Signature verification for card transactions became a thing of the past on the 1st of August 2014, ditched in favour of four-digit PINs.
The move was made in order to establish new point-of-sale (POS) terminals and improve security for credit card and debit card transactions.
According to PINwise, the body responsible for the changeover, the campaign is about “strengthening payment security across Australia”.
“When using their credit, charge or debit card at the point-of-sale terminal, the customer enters a PIN to authorise their transaction, rather than signing. The PIN transaction is encrypted and sent in real-time to the customer’s card issuer to be authorised,” PINwise explains, adding that using a PIN can also “help protect against fraud due to lost or stolen cards, because the fraudster would need to have both the card and the PIN”.
But while Personal Identification Numbers might be considered more secure for in-person card payments, there has been a lack of information for cardholders about the change.
With that in mind, here we have three important things to remember about the PINwise movement and what it could mean for how you use your cards.
1. Debit Card Security Is Still Important
While PIN verification is proven to be more secure than signing for card transactions, it is still important to be aware of other security risks.
There has, for example, been an increase in the number of stolen contactless cards, which can be used without any verification so long as transactions are under $100.
Similarly, online transactions made with your debit card or credit card are still exposed to Card-Not-Present fraud risks such as hacking or phishing scams. And people can always try and remember your PIN if you do not cover it at a payment terminal.
The bottom line is that even as card security measures increase with strategies like PINwise, it is still important to be aware of the risks.
2. You Could Still Sign For Some Transactions
The phasing out of signature verification has been commonly referred to as a move to “PIN-only” transactions at POS terminals, but that is not exactly true.
If you decide to use your debit card overseas, for example, you may still have to sign for transactions depending on the country and the payment system used.
In Australia, SBS News has also reported that the Big Four Banks (ANZ, CBA, NAB and Westpac) have said they will keep “an option of sign-only cards for people with special requirements including those with cognitive impairment.”
“While some overseas credit card users will still be given the option to use PIN or sign, so too will people with some disabilities, particularly dementia.”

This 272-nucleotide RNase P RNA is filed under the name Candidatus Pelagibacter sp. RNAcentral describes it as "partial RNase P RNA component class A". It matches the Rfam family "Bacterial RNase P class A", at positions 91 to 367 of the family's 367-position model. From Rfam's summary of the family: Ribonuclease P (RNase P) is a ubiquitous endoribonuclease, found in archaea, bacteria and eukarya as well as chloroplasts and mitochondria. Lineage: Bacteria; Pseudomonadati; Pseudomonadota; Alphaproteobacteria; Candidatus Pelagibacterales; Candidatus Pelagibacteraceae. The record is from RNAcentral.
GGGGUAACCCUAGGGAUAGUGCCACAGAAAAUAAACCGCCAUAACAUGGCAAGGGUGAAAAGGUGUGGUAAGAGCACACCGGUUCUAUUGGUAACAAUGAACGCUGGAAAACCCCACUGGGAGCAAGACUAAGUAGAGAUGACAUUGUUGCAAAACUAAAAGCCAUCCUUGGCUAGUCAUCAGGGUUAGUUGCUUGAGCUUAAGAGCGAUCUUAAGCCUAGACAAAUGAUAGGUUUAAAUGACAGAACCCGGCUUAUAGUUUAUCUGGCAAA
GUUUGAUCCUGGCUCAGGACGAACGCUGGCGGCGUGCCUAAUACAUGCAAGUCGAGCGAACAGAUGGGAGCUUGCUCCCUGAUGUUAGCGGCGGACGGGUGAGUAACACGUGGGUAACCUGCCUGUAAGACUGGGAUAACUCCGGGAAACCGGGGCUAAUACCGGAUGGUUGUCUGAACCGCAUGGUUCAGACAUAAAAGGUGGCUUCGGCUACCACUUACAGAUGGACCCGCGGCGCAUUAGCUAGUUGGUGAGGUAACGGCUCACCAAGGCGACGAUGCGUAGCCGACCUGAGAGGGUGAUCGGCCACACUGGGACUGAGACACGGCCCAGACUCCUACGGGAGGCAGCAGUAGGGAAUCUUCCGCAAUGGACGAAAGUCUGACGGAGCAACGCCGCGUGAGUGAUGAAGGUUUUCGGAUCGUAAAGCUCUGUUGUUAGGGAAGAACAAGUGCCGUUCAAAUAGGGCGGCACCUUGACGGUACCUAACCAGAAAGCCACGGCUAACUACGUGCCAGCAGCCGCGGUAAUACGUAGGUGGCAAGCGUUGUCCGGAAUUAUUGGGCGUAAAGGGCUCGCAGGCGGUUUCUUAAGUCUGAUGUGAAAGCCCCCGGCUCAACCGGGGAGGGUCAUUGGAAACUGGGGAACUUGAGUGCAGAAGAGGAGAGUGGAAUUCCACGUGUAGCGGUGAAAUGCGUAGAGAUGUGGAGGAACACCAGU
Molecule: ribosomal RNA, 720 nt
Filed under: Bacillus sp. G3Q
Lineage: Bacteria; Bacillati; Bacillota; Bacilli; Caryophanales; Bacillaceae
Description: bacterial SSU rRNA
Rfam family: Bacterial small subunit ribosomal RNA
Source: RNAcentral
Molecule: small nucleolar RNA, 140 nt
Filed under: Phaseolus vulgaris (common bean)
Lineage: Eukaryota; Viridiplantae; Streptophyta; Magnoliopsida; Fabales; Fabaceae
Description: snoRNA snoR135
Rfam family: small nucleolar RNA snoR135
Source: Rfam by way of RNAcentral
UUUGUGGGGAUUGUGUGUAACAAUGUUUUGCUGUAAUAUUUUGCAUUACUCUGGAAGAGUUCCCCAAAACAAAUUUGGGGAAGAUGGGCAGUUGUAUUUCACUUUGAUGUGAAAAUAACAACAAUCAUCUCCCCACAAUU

So even though PINs will now be the norm, there are still exceptions to that rule.
3. You Can Change Your PIN
Most banks and credit unions now let you change your PIN so that you can make sure the four digits are as easy to remember as possible.
Some, like NAB, let you change it at ATMs while others, like Citibank and Westpac, require a phone call or a branch visit and photo ID.
But if you do decide to change your PIN, remember to make it numbers that are not as easy for someone else to guess.
Just like online passwords, PINs get a lot of attention from hackers, and some of the obvious ones – such as 0123, 1234 or even your birthdate – would make it easy for a thief to start using your card for fraudulent transactions.
In Westpac’s guide using your PIN, the bank says that “much like choosing a computer password, you should keep your PIN secret.”
“You should avoid using a PIN that contains repeating characters (like 9999) or digits in sequence (like 1234), or numbers that represent publically researchable information, such as your birthday, year of birth, or address.”
The recommendations from NAB follow similar lines, adding that you should not write your PIN down or “store it somewhere it could be found and used if someone found your card or wallet”.
But once you have a PIN that falls within these guidelines, you will also have more security for your card – at least for POS transactions.
August 2014 saw the end of signing for debit cards, but there are still a few things you need to know about “PIN-only” transactions. So reading up on how it affects card security, exceptions to the PIN-only rule and solutions to forgetting your PIN mean that you will be able to keep using your cards safely and conveniently.